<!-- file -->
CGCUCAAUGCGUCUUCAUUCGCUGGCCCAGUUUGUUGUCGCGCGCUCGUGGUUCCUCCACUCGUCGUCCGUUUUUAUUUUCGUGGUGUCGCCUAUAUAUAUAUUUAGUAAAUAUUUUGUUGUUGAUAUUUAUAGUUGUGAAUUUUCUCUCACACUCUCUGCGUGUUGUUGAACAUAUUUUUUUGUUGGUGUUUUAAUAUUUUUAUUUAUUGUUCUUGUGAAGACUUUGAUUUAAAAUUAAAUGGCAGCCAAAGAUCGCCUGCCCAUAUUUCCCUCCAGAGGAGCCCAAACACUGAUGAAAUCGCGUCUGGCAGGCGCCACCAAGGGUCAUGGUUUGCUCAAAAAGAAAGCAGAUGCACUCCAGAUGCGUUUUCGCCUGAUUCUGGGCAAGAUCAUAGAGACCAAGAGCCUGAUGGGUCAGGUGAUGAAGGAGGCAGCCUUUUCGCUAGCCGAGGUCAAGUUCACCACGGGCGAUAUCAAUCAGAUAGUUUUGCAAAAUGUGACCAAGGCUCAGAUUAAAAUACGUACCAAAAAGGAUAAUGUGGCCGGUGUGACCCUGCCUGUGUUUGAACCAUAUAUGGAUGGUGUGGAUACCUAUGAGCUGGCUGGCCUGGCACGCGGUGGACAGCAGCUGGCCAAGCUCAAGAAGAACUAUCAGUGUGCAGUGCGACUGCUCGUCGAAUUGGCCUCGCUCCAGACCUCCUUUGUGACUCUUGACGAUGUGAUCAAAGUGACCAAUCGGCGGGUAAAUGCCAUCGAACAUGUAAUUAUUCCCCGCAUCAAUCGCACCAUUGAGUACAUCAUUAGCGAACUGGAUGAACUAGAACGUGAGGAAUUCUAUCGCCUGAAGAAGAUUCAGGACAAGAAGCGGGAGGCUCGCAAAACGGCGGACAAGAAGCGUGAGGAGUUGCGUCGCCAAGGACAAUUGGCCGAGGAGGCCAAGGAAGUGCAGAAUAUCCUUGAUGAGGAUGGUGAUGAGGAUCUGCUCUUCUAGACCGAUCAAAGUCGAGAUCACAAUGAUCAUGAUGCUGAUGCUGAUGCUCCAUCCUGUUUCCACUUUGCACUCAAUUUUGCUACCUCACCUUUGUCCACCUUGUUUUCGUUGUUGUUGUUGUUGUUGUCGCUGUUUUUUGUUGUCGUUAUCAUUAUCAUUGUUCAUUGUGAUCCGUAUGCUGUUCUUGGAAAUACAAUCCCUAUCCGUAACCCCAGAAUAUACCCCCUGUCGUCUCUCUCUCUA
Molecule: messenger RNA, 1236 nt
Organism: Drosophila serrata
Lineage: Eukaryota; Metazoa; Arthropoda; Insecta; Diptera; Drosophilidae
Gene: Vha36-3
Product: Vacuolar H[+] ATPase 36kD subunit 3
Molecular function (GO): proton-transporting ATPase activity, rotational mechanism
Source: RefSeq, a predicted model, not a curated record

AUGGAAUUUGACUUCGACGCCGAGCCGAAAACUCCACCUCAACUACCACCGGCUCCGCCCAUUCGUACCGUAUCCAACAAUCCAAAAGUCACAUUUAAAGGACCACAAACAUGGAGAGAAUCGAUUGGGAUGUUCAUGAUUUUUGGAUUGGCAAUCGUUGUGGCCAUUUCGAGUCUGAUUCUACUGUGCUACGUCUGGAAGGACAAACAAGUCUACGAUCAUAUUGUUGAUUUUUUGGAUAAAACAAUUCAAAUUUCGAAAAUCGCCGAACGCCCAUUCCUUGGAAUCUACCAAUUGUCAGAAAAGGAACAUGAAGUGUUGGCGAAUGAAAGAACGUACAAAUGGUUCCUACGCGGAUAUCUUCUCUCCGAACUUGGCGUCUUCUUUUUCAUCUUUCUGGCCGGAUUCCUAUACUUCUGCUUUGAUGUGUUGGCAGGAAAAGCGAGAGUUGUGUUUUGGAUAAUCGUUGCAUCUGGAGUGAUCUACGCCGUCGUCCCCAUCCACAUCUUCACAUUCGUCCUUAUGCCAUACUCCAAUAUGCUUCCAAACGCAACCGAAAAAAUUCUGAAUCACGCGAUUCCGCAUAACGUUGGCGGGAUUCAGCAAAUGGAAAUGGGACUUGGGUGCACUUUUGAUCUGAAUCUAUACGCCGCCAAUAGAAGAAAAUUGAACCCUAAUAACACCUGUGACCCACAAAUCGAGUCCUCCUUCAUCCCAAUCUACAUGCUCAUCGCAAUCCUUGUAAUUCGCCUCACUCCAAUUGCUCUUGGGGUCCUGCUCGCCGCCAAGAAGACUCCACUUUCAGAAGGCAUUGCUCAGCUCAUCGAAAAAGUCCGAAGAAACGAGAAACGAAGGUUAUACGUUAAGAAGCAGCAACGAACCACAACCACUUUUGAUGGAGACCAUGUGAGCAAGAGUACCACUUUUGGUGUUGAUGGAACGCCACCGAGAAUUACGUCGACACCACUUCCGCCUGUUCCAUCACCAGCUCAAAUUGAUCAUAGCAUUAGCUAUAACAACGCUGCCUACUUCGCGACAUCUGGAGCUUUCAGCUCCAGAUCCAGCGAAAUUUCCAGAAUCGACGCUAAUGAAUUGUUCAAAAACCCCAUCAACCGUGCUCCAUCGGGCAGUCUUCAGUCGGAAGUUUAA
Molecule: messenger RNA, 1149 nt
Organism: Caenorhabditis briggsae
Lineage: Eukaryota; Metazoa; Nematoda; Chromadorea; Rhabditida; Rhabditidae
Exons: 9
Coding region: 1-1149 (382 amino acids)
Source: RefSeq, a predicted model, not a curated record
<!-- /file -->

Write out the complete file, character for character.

CGCUCAAUGCGUCUUCAUUCGCUGGCCCAGUUUGUUGUCGCGCGCUCGUGGUUCCUCCACUCGUCGUCCGUUUUUAUUUUCGUGGUGUCGCCUAUAUAUAUAUUUAGUAAAUAUUUUGUUGUUGAUAUUUAUAGUUGUGAAUUUUCUCUCACACUCUCUGCGUGUUGUUGAACAUAUUUUUUUGUUGGUGUUUUAAUAUUUUUAUUUAUUGUUCUUGUGAAGACUUUGAUUUAAAAUUAAAUGGCAGCCAAAGAUCGCCUGCCCAUAUUUCCCUCCAGAGGAGCCCAAACACUGAUGAAAUCGCGUCUGGCAGGCGCCACCAAGGGUCAUGGUUUGCUCAAAAAGAAAGCAGAUGCACUCCAGAUGCGUUUUCGCCUGAUUCUGGGCAAGAUCAUAGAGACCAAGAGCCUGAUGGGUCAGGUGAUGAAGGAGGCAGCCUUUUCGCUAGCCGAGGUCAAGUUCACCACGGGCGAUAUCAAUCAGAUAGUUUUGCAAAAUGUGACCAAGGCUCAGAUUAAAAUACGUACCAAAAAGGAUAAUGUGGCCGGUGUGACCCUGCCUGUGUUUGAACCAUAUAUGGAUGGUGUGGAUACCUAUGAGCUGGCUGGCCUGGCACGCGGUGGACAGCAGCUGGCCAAGCUCAAGAAGAACUAUCAGUGUGCAGUGCGACUGCUCGUCGAAUUGGCCUCGCUCCAGACCUCCUUUGUGACUCUUGACGAUGUGAUCAAAGUGACCAAUCGGCGGGUAAAUGCCAUCGAACAUGUAAUUAUUCCCCGCAUCAAUCGCACCAUUGAGUACAUCAUUAGCGAACUGGAUGAACUAGAACGUGAGGAAUUCUAUCGCCUGAAGAAGAUUCAGGACAAGAAGCGGGAGGCUCGCAAAACGGCGGACAAGAAGCGUGAGGAGUUGCGUCGCCAAGGACAAUUGGCCGAGGAGGCCAAGGAAGUGCAGAAUAUCCUUGAUGAGGAUGGUGAUGAGGAUCUGCUCUUCUAGACCGAUCAAAGUCGAGAUCACAAUGAUCAUGAUGCUGAUGCUGAUGCUCCAUCCUGUUUCCACUUUGCACUCAAUUUUGCUACCUCACCUUUGUCCACCUUGUUUUCGUUGUUGUUGUUGUUGUUGUCGCUGUUUUUUGUUGUCGUUAUCAUUAUCAUUGUUCAUUGUGAUCCGUAUGCUGUUCUUGGAAAUACAAUCCCUAUCCGUAACCCCAGAAUAUACCCCCUGUCGUCUCUCUCUCUA
Molecule: messenger RNA, 1236 nt
Organism: Drosophila serrata
Lineage: Eukaryota; Metazoa; Arthropoda; Insecta; Diptera; Drosophilidae
Gene: Vha36-3
Product: Vacuolar H[+] ATPase 36kD subunit 3
Molecular function (GO): proton-transporting ATPase activity, rotational mechanism
Source: RefSeq, a predicted model, not a curated record

AUGGAAUUUGACUUCGACGCCGAGCCGAAAACUCCACCUCAACUACCACCGGCUCCGCCCAUUCGUACCGUAUCCAACAAUCCAAAAGUCACAUUUAAAGGACCACAAACAUGGAGAGAAUCGAUUGGGAUGUUCAUGAUUUUUGGAUUGGCAAUCGUUGUGGCCAUUUCGAGUCUGAUUCUACUGUGCUACGUCUGGAAGGACAAACAAGUCUACGAUCAUAUUGUUGAUUUUUUGGAUAAAACAAUUCAAAUUUCGAAAAUCGCCGAACGCCCAUUCCUUGGAAUCUACCAAUUGUCAGAAAAGGAACAUGAAGUGUUGGCGAAUGAAAGAACGUACAAAUGGUUCCUACGCGGAUAUCUUCUCUCCGAACUUGGCGUCUUCUUUUUCAUCUUUCUGGCCGGAUUCCUAUACUUCUGCUUUGAUGUGUUGGCAGGAAAAGCGAGAGUUGUGUUUUGGAUAAUCGUUGCAUCUGGAGUGAUCUACGCCGUCGUCCCCAUCCACAUCUUCACAUUCGUCCUUAUGCCAUACUCCAAUAUGCUUCCAAACGCAACCGAAAAAAUUCUGAAUCACGCGAUUCCGCAUAACGUUGGCGGGAUUCAGCAAAUGGAAAUGGGACUUGGGUGCACUUUUGAUCUGAAUCUAUACGCCGCCAAUAGAAGAAAAUUGAACCCUAAUAACACCUGUGACCCACAAAUCGAGUCCUCCUUCAUCCCAAUCUACAUGCUCAUCGCAAUCCUUGUAAUUCGCCUCACUCCAAUUGCUCUUGGGGUCCUGCUCGCCGCCAAGAAGACUCCACUUUCAGAAGGCAUUGCUCAGCUCAUCGAAAAAGUCCGAAGAAACGAGAAACGAAGGUUAUACGUUAAGAAGCAGCAACGAACCACAACCACUUUUGAUGGAGACCAUGUGAGCAAGAGUACCACUUUUGGUGUUGAUGGAACGCCACCGAGAAUUACGUCGACACCACUUCCGCCUGUUCCAUCACCAGCUCAAAUUGAUCAUAGCAUUAGCUAUAACAACGCUGCCUACUUCGCGACAUCUGGAGCUUUCAGCUCCAGAUCCAGCGAAAUUUCCAGAAUCGACGCUAAUGAAUUGUUCAAAAACCCCAUCAACCGUGCUCCAUCGGGCAGUCUUCAGUCGGAAGUUUAA
Molecule: messenger RNA, 1149 nt
Organism: Caenorhabditis briggsae
Lineage: Eukaryota; Metazoa; Nematoda; Chromadorea; Rhabditida; Rhabditidae
Exons: 9
Coding region: 1-1149 (382 amino acids)
Source: RefSeq, a predicted model, not a curated record